The murder of outspoken journalist/television host Marcia Henville yesterday was described by former government minister Verna St Rose-Greaves as horrific and painful.
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Sterling’s punishment a teaching tool
Owner of NBA team LA Clippers, Donald T Sterling has received the maximum penalty the NBA can give for his racist comments revealed in an audio recording revealed this past weekend. It is the strongest action taken by the NBA against any owner of any NBA team in the sport’s history.
Sterling has been banned for life by the NBA and fined the maximum penalty allowed of $2.5 million for his racist comments. An investigation launched by the NBA led by NBA Commissioner Adam Silver, included an interview with Sterling which concluded that the voice on the audio recording was, in fact, Sterling’s and the opinions on the recording are, in fact, his own.
Naturally the world has responded to the news with their own opinions on the highly-publicised recording that was made during a private conversation with his former girlfriend but which, none-the-less, has led him to serious repercussions that have ended his involvement in the NBA beyond just being the owner of a team.
In Silver’s press release announcing Sterling’s penalties he described Sterling’s comments to be “deeply offensive and harmful” and as going against the “sentiments of inclusion and respect that form the foundation of (the NBA’s) diverse, multi-cultural and multi-ethnic league.”
Many members of the basketball community who move and operate in those circles were not so much shocked by this breaking news as they were disappointed and disgusted. Charles Barkley plainly mentioned previous incidences of his known bigotry. President Obama, a known fan of this sport and sport in general, has also made public his support of Sterling’s sentence by the NBA.
Shaquille O’Neal said that there is a difference between “controversial” and “repugnant,” a sentiment clearly shared by the LA Clippers team’s sponsors as the corporate backers moved quickly to suspend or severe their contracts with the team.
It is a strong statement by the league and corporate America, that this sort of conduct is intolerable.
The issue of racism in sport is nothing new. From Fifa to the NFL, people have had to exercise discretion with their opinions as regards not just race but also sexual preferences, the latter being a challenge particularly amongst the male gender.
The power of sport is vast. It is filled with lessons that can develop each of us. This incident has brought to the forefront some very real underlying issues that are often just more easily dealt with by sweeping under a rug.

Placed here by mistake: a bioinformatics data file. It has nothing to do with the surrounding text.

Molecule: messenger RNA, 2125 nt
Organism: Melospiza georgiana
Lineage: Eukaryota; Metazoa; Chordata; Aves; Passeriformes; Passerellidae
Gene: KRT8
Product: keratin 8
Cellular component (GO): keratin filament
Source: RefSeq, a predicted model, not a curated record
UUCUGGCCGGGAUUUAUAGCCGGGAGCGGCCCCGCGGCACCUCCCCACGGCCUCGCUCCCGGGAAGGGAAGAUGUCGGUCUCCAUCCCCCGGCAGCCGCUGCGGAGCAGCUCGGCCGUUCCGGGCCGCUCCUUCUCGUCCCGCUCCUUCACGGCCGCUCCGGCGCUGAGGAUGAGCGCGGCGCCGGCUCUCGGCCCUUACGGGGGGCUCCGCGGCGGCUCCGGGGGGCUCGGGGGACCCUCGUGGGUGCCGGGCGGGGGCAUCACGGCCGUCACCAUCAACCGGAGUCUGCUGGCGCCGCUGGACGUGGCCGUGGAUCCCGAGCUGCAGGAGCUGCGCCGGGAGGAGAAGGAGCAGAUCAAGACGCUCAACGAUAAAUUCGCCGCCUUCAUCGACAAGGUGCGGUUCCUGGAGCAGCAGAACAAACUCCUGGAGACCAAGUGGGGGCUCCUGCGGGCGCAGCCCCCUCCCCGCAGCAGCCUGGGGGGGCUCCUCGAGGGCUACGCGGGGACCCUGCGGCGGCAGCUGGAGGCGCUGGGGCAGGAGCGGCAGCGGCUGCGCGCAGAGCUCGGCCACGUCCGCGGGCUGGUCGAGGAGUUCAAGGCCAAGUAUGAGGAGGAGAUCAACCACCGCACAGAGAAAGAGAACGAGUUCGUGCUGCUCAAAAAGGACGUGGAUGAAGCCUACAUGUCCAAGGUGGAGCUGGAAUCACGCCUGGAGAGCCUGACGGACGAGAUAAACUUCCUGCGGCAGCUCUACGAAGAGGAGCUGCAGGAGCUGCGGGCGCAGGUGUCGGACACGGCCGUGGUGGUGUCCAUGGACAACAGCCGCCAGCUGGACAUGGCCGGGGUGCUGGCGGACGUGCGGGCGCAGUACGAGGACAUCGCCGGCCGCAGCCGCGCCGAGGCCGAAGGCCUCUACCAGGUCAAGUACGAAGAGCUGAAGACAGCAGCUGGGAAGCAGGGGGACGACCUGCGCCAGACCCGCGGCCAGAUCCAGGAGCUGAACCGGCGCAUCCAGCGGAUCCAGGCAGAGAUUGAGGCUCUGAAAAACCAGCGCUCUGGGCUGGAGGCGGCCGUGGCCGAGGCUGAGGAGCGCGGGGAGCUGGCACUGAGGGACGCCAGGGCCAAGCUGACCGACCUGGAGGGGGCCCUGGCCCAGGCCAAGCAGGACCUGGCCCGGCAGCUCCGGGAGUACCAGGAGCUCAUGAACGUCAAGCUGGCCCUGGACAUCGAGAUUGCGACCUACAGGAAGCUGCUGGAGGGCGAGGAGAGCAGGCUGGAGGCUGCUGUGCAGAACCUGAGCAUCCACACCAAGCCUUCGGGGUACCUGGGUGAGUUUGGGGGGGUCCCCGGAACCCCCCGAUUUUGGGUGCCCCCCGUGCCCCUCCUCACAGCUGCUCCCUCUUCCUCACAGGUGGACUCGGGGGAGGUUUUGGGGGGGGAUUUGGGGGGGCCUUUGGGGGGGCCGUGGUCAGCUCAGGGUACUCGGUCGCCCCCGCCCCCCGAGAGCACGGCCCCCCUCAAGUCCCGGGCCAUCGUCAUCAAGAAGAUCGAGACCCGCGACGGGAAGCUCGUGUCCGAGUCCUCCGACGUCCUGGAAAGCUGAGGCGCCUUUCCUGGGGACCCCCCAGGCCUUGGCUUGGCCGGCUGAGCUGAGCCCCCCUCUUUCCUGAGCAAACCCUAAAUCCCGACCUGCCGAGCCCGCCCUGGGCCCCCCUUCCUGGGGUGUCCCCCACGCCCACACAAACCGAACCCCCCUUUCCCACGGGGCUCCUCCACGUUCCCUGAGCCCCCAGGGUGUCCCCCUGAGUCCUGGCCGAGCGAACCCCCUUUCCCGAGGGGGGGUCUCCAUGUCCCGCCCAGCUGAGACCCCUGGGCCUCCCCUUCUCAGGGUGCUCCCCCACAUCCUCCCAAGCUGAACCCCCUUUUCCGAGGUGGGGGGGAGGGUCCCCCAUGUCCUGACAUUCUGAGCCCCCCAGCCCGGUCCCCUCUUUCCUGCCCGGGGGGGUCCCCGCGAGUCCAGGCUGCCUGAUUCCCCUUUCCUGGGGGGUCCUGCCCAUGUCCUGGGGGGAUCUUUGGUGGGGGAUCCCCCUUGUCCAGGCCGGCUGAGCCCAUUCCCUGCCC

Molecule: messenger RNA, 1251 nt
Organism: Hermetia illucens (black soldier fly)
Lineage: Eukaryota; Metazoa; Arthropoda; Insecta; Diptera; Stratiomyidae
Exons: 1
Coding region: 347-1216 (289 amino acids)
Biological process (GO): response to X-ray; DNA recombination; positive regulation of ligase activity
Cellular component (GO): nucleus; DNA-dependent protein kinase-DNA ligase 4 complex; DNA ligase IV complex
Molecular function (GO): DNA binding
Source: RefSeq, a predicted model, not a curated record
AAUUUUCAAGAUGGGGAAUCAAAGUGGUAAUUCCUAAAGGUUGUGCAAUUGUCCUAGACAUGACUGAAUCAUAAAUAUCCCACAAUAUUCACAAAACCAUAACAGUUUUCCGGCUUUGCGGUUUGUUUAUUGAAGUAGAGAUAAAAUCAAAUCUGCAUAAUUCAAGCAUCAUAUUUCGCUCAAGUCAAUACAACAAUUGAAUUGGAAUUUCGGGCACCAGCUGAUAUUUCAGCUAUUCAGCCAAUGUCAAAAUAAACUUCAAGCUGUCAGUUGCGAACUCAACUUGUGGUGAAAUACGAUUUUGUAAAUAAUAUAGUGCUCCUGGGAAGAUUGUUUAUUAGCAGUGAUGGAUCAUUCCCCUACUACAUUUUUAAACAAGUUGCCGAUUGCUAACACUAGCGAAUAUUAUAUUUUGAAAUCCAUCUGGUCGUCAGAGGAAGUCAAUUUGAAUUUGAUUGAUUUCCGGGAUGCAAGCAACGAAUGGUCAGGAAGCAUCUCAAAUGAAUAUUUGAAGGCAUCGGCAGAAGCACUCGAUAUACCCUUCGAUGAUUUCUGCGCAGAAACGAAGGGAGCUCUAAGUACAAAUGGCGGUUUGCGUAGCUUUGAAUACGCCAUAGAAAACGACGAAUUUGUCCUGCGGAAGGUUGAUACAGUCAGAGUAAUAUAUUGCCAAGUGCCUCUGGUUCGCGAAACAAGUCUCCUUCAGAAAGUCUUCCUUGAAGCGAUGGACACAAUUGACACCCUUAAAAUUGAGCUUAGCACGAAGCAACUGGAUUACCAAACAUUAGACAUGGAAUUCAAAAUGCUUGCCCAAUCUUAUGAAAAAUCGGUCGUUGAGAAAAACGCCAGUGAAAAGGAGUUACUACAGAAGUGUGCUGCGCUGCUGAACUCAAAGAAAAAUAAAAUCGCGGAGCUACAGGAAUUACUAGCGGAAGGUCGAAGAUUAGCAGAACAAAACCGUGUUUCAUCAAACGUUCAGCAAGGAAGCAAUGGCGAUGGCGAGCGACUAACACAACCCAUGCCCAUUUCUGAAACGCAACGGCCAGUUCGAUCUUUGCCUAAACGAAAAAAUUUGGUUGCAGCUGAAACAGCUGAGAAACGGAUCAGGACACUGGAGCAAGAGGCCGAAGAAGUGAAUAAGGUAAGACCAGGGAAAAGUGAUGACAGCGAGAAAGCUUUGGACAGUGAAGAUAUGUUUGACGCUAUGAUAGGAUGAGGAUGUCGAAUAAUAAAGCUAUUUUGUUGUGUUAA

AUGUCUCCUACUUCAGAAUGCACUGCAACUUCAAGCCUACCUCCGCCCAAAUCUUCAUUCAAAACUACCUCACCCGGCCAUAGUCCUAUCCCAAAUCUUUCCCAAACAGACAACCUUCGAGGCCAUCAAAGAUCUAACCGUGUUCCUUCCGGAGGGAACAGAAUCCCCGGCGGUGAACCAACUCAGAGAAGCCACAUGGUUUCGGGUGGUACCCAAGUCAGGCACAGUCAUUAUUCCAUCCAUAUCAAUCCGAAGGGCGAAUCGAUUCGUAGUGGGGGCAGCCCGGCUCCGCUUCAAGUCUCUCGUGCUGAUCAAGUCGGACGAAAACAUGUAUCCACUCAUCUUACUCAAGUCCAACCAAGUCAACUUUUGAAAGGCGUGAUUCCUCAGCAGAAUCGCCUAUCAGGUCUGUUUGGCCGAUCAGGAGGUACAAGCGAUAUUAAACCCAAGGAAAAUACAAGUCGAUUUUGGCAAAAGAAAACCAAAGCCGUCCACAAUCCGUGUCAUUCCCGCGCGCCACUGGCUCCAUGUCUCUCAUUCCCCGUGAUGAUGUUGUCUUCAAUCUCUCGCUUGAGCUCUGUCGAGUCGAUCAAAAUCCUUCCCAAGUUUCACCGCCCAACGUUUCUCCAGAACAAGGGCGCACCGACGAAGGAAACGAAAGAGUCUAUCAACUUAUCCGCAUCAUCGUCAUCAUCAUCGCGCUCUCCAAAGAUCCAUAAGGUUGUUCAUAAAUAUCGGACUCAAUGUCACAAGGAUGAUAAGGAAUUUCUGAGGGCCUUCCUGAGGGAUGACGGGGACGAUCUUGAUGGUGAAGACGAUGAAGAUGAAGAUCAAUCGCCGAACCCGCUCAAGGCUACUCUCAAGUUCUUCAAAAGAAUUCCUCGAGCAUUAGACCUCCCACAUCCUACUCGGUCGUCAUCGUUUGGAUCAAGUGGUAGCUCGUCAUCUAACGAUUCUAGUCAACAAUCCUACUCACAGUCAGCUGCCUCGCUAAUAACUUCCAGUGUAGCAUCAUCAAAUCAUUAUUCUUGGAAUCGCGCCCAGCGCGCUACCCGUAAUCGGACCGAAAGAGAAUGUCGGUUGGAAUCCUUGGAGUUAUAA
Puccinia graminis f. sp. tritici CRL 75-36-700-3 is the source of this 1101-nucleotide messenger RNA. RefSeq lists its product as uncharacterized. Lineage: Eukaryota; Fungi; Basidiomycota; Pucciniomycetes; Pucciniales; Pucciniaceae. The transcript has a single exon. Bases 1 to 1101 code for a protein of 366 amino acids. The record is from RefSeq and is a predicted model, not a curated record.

The world has evolved to entitle people to their own opinions and values. Time and again sport has proven to be the arena that forces us as humans to acknowledge our less pleasant qualities as humans.
Retired professional basketball player Kenny Smith has commented on the point that this experience can be used as a “teaching tool” to the new generations of players and minorities.
He made particular reference to the group he described as the “new generation of new educated, new wealth African-Americans” who may be placed in similar circumstances where they need to handle situations that have hit them on a personal level in a professional manner.
Although this could have been handled in different ways, to do nothing was not an option. Kenny Smith stated that this should be used as a learning tool.
Banishing Sterling provided a sense of justice to the players and the public. The swiftness of it helped to curb and in some cases reverse the corporate fall-out. It certainly sent a strong message on a social level that once brought to light, this sort of prejudice will not be tolerated or excused.
His ownership of the team has also been brought to question by members of the public and by the players both past and present. Perhaps this is where, as Kenny Smith said in his interview, the choices and actions of the players can make an example of this situation, exercising their right to renew their contract next season.
As a society, there are decisions that can be made on the basis of ethics and moral principles to show what will and will not be tolerated as a nation.
The silence of the billionaire to these events has been noted and I am interested to see what the future brings to this case.
Asha De Freitas-Moseley is a certified athletic trainer with the National Athletic Trainers’ Association of the USA. She has over 11 years of experience rehabilitating athletes and members of the active population from injury to full play. She can be reached at Pulse Performance Ltd, located at: 17 Henry Pierre Street, St James. Tel: 221-2437.